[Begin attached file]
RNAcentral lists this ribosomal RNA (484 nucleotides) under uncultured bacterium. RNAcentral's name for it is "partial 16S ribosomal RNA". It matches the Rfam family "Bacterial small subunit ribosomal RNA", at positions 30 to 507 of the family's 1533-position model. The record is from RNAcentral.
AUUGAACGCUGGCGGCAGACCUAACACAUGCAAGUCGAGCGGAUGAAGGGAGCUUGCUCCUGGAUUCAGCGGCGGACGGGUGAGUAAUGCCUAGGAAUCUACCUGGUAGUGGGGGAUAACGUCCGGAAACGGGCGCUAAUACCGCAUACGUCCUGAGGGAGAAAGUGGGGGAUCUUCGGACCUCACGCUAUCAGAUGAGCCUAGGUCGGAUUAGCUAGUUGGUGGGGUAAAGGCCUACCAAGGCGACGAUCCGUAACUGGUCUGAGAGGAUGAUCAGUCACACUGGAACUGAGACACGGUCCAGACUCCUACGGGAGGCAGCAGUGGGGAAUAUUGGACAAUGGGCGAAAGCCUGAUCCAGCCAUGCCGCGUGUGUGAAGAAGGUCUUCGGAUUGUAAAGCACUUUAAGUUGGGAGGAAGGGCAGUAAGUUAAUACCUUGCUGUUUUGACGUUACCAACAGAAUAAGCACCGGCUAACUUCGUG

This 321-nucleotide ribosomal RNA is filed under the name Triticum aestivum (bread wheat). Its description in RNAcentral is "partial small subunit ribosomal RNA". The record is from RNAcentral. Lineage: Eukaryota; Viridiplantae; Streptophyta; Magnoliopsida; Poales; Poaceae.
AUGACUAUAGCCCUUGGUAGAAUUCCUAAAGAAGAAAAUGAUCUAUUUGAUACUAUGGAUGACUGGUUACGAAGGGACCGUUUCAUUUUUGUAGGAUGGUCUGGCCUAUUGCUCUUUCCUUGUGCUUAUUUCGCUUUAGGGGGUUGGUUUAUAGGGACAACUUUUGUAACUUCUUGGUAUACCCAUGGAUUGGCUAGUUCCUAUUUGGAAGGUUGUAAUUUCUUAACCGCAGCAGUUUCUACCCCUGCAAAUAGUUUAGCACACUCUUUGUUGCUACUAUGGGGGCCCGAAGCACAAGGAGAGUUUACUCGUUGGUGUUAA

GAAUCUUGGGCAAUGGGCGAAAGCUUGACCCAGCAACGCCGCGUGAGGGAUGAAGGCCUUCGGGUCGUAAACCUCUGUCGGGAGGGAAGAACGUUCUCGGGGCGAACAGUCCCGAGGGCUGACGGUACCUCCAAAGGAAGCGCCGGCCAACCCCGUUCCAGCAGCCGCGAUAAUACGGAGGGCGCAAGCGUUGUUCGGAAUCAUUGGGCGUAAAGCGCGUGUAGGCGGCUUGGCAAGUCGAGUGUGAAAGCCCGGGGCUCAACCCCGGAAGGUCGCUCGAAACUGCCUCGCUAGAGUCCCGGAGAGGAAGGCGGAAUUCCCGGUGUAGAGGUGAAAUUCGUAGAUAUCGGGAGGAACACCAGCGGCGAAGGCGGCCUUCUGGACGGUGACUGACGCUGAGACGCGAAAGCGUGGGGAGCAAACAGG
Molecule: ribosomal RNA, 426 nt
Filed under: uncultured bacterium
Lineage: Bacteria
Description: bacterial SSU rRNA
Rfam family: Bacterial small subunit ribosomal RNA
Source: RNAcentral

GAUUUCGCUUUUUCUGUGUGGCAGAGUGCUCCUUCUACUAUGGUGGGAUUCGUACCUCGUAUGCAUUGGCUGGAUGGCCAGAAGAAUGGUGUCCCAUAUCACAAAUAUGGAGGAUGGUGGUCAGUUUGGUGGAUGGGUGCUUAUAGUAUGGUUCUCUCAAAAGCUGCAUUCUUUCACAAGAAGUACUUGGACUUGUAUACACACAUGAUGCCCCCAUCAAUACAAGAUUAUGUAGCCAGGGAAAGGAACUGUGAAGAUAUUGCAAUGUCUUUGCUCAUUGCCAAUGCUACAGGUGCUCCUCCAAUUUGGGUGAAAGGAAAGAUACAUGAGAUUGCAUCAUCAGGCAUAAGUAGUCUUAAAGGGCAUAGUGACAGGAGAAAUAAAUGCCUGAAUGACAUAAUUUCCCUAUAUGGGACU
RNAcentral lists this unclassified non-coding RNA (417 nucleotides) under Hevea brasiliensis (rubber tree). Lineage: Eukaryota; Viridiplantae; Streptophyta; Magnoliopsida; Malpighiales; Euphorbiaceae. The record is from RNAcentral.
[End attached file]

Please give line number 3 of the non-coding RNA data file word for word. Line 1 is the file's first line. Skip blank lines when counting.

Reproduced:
This 321-nucleotide ribosomal RNA is filed under the name Triticum aestivum (bread wheat). Its description in RNAcentral is "partial small subunit ribosomal RNA". The record is from RNAcentral. Lineage: Eukaryota; Viridiplantae; Streptophyta; Magnoliopsida; Poales; Poaceae.